Everyone who has run a crowdfunding campaign before will share a different story of how they found their audience.
For me, the following actions worked and helped me find the right audience for my campaign:
– Reach out to all of your friends and family members, and simply ask them for any kind of help they can offer: social media outreach, help with running the campaign as well as financial help. Don’t be shy; be courageous and assertive but not intrusive and pushy or desperate in the worst-case scenario. There is nothing shameful in asking for help and support. Quite the opposite, you are daring greatly to follow your dream, and this is always something to be admired.
– Be loud about your campaign. Let all of your email contacts know about your campaign and be very clear in explaining what you are after and what you need at this stage. If you are after a financial contribution, don’t be afraid to say so (some people will help you and some won’t). If you are after social media exposure, explain that to everyone. Don’t forget to ask your email contacts to forward your campaign on to their contacts too. Again, some of them won’t do it, but the ones who do could get you in touch with your angel investor/supporter. The more people in your network know about your campaign, the greater chances you have to reach the critical support your project needs. This is just a simple case of six degrees of separation. The more people know about your campaign, the bigger chances you have to be successful with it. If you notice that people are a bit reluctant in helping you out, and don’t be surprised if they will be, you can offer some tangible incentives such as a physical copy of your product, credits in the movie or some sort of special award. Just watch out for the budget; make sure the math adds up.
– You MUST be very active on social media. What I mean is posting and tweeting around the clock during your campaign. Tweets disappear almost as soon as they are posted, and other social networks have bizarre algorithms that don’t allow all your friends or followers see your posts. To reach the critical mass your campaign needs to succeed, you need to properly target and almost “bombard” your social media accounts with your campaign messages. Just remember: don’t spam, make it relevant, make it count and make it interesting. Of course, it doesn’t mean staying awake 24/7 and physically typing or pasting your messages in. It means using the right tools for the job. In this case, it’s a scheduling platform. I, for instance, use Hootsuite to schedule my posts. If you have never used a scheduling website, check out Youtube’s “How to…” videos to get the most out of it. It took me a few days to get my head around Hootsuite’s layout and functionalities, but it was worth it at the end. Hootsuite isn’t the only scheduling website out there, but it’s the one I found the most user-friendly and suitable for me. It’s worth investing time in finding the right platform that works for you (the one that you find the easiest to navigate).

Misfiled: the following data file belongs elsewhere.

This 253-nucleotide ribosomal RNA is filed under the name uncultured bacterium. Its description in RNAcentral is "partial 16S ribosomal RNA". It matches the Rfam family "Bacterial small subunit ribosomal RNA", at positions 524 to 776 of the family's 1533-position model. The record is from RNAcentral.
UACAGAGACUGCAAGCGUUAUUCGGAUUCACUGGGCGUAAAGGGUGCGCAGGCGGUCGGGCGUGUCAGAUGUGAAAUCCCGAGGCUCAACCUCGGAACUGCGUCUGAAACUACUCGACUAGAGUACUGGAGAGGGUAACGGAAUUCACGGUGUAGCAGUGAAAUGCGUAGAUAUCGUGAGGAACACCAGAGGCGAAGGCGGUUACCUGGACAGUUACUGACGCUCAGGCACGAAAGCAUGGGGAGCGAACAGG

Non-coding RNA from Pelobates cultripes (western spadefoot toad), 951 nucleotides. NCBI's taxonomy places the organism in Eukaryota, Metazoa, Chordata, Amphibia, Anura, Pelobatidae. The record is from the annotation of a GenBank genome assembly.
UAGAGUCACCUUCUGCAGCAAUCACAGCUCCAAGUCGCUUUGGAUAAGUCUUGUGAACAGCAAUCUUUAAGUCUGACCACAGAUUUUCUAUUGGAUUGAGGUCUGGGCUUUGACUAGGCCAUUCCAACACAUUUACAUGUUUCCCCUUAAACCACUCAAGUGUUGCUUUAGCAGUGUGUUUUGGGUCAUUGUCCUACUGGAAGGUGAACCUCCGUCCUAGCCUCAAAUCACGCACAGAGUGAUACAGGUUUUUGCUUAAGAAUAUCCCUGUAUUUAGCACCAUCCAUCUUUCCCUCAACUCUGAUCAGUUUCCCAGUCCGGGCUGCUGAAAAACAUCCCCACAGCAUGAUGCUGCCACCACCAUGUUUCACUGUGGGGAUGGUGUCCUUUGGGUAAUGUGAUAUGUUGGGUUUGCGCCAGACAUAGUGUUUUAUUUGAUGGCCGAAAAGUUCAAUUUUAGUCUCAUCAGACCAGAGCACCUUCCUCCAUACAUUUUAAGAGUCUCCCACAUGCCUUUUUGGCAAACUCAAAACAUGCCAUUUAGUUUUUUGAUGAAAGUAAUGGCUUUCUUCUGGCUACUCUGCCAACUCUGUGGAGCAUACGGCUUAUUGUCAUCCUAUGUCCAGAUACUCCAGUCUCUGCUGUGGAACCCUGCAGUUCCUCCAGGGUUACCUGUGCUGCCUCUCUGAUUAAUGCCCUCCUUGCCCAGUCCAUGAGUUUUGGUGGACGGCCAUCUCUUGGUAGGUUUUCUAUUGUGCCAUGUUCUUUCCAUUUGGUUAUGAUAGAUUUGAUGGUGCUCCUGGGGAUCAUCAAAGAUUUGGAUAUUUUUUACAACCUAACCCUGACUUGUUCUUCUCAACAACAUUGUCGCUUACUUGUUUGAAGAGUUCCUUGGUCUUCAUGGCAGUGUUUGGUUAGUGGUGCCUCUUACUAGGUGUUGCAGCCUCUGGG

Top Tips for Posting on Social Media
– Try to tweet at least every 30 minutes. Don’t tweet everything at once as you will be competing for the audience’s attention with yourself and trust me; there is plenty of competition out there. During my campaigns, I was tweeting every 15 min.
– Post visuals such as videos, photos, GIFF’s. People share those more willingly.
– Try to post and tweet to people individually. Use their first name to build the connection faster. To support this point: I got the biggest contributions towards “Anna and Modern Day Slavery” by contacting people personally on FB.
– If you have access to a University, work or school newsletter, charity, or any large organization, ask them if they could mention your project in the newsletter. This way you will reach a much bigger and diversified audience.
– Pitch your project to your local media outlets and bloggers you know or have worked within the past. This can be a massive help, i.e. interview with you or an article about your project. I would strongly suggest having the Media Kit (including synopsis, description, working links, images and video) polished and ready to go beforehand. Getting media and bloggers on board of your project may be the difference between getting it off the ground or not. If you notice a spark of interest from them, help them and make their lives easier by providing all the essential and relevant information about your campaign as soon as possible and in the best possible quality. The bare minimum for their help is offering something in exchange such as Thank You credits if this is a movie, mention on your website or the poster etc. But why stop there? You can always ask them if they would like to be your media “patron” (and that includes bloggers too) and have the making-of and special interviews or exclusive information first. Be creative in offering co-operation opportunities to media, bloggers and individuals willing to support you.
Believe me; they can massively impact your campaign.